Globally, the last two years have been extremely challenging and disruptive for the supply chain sector. Some notable disturbances were demand instability, labor shortages, transportation obstacles, supplier shortages and more. Another concern area has been the ongoing US-China trade war that has affected companies with global manufacturing networks. The trade conflict has led to multiple rounds of tariffs on goods ranging from automotive, energy, technology, healthcare, retail, and more. And now the Russia-Ukraine standoff isn’t helping the sector much.

The political, economic and business settings also turned out to be challenging. For example, in the UK and the Europe, the supply chain industry felt pressure because of Brexit, which caused increase in red tape and cross-border checks. There is no doubt that businesses have become increasingly international with the reduction of traditional barriers and the cross-border movement of products and services. However, the pandemic led to major disruptions in cross-border trade, which includes new protocols, further border controls, and new set of documents required for shippers and traders.

At the same time, the environmental impact of logistics and supply chain practices are becoming priority. In order to meet emissions targets and commitments, countries are required to focus on developing more sustainable supply chain activities. For example, switching to electric delivery vehicles and relocating distribution centres to reduce distances travelled.

This year even the international shipping costs are expected to remain high.

Another pressure is lack of workers, resulting in congested ports, stalled ships and overloaded warehouses. Globally, industries have been affected by the supply chain obstructions that has caused shortage of essentials (food and medicines), technology components, electronics, and automotive components. For instance, microchips and other semiconductors, which are used for billions of products such as smartphones, data centres, computers, and vehicles, faced the direct impact of the global supply chain crisis.

Even though disruptions continue, supply chain sector is recovering slowly. According to a Wall Street Journal survey, about 45% of economists believe that there will be improvement but only by the second half of 2022.

What are the trends that will help shape the future?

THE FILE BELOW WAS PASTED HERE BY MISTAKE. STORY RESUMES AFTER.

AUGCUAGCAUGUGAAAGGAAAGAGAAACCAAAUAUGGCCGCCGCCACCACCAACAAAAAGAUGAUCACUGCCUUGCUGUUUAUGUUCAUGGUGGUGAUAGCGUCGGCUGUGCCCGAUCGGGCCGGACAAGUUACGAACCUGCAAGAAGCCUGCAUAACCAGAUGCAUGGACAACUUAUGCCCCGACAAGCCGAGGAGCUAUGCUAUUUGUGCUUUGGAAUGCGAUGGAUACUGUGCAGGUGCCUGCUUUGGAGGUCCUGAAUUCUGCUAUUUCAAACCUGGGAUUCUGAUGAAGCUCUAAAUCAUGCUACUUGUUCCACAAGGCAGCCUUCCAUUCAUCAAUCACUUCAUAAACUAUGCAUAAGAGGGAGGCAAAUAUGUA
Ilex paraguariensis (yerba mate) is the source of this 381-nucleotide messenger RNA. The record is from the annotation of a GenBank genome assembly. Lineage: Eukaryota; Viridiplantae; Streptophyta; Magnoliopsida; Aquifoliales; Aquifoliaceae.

Trend #1 Resilience to face the unexpected

To deal with unexpected situations, companies need to focus on improving the logistics of their supply chain to ensure fulfillment of order and shipping items through reliable, cost-effective and timely mode.

Trend #4 Last mile delivery solutions

With the supply chain issues affecting the entire world, retailers need to take delivery seriously this year by focusing on last mile delivery solutions. People expect fast delivery of their orders and with transparency. The available technology and last mile allow logistics companies to make the supply chain visible to all parties.

Trend #2 Using automation to deal with operational challenges

Automation helps enhance existing supply chain processes as businesses need optimization to stay competitive. One of the many benefits of automating supply chain is that it reduces manual effort while increasing productivity, efficiency, and accuracy.

Trend #5 Blockchain for more visibility

With rapid digital evolution, companies are investing in digital supply chain technologies to gain visibility and bring risks under control. Blockchain technology supports businesses with accurate and up-to-date information at all times, ensure visibility of data and information for all stakeholders and assure security of all information contained within the blockchain.

Trend #3 Sustainability will remain a key focus area

Retail supply chains is responsible for high carbon emissions and transportation remains the main culprit. Implementing sustainability across the sector – particularly through sustainable eCommerce fulfillment options and delivery operations – will help supply chains stay competitive and even increase market share.

Trend #6 Adoption of Circular Supply Chain Model

The traditional supply chain model is set to be replaced with the circular supply chain model that allows manufacturers and sellers to use discarded materials to remake them for resale. Instead of making one-time-use products, companies are slowly moving towards refurbishing used parts to turn back into their raw material form.